I’ve had some correspondence recently from an old sailing buddy of mine, Patrick Childress, who got a bee in his bonnet a while back after he almost got run down by a freighter while cruising Indonesia with his wife Rebecca aboard their Valiant 40 Brick House. It was a pretty typical situation: an alert cruiser aboard a small sailboat has to take last-minute evasive action after a large commercial vessel on a collision course, apparently with no one on watch, fails to respond to repeated radio calls. In these days of AIS this happens less often than it used to, but in this case the perpetrator wasn’t broadcasting an AIS signal.… Read More
Though they seem like very simple devices, propellers are in fact quite complicated. More often than you’d expect, problems with a boat’s performance under power can be traced to poor propeller selection. To drive a boat well a prop must be properly matched to whatever engine and transmission is turning it, and numerous variables–the engine’s horsepower, its operating and maximum potential rpm and shaft speed, the boat’s speed potential, and the dimensions and specifications of the prop itself–must be balanced against each other to achieve good performance over the broadest range of circumstances.
Even professionals sometimes get this wrong. The very best resource on the subject that I know of is Dave Gerr’s very helpful and comprehensive tome The Propeller Handbook (International Marine/McGraw Hill, 1989).… Read More
It says something of the nature of these boats that my initial correspondence with Jean-François Eeman (see photo up top), managing director of Boréal Yachts, regarding a visit to their yard, was interrupted for a month while he and his family took off on a cruise to Antarctica. On a Boréal, of course. Indeed, Eeman’s boat was the first Boréal 44 ever built, the ultimate product of a chance encounter on a dock in Ushuaia, Argentina, between Eeman and another Jean-François, surname Delvoye, a designer and builder with many bluewater miles under his belt who had long been nursing an idea for an ideal cruising vessel.… Read More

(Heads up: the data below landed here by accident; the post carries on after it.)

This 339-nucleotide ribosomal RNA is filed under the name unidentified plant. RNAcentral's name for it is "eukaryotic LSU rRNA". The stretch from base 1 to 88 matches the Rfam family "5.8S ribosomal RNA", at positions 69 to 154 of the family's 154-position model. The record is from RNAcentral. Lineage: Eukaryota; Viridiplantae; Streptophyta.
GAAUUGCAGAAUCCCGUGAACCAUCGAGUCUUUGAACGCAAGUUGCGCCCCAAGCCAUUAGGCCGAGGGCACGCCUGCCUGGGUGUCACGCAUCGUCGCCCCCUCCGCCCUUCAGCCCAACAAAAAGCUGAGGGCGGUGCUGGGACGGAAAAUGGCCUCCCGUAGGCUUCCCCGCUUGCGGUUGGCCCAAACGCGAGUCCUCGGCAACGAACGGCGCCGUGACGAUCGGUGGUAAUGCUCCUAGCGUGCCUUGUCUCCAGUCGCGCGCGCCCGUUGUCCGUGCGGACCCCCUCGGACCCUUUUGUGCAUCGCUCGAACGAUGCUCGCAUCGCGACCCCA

Sorry the blog’s been dark so long! But I do have an excuse. I’m in France right now, having come by way of Ireland (where I was visiting family for Easter) and Barcelona and then Andorra, where I stopped in for a few days to visit Clare and Edward Allcard, the well-known liveaboard cruiser-authors who wandered far wide for many years on an old 90-ton Baltic ketch named Johanne Regina (see Clare’s books A Gypsy Life and The Intricate Art of Living Afloat). Johanne has since been adopted by a Catalonian non-profit group, has been rechristened Ciutat Badalona (after the Catalonian municipality of the same name), and is now flawlessly maintained (see photo up top).… Read More
This mid-size cruising catamaran inhabits the middle ground between truly high-performance open-bridgedeck cats with very limited accommodations and little or no on-deck shelter and bulkier, more unwieldy cats with enclosed bridgedeck saloons and palatial accommodations. Its most distinctive feature is a permanently mounted hardtop roof supported by aluminum posts that shelters all of the otherwise open bridgedeck area abaft the mast. If desired the bridgedeck can be fully enclosed by deploying flexible transparent acrylic side-curtains.
This concept was first introduced by designer/builder Dick Vermeulen when he launched his first boat, the smaller Maine Cat 30, back in 1996. The 30-footer has proven quite successful, but is a bit too small and cramped for extended cruising.… Read More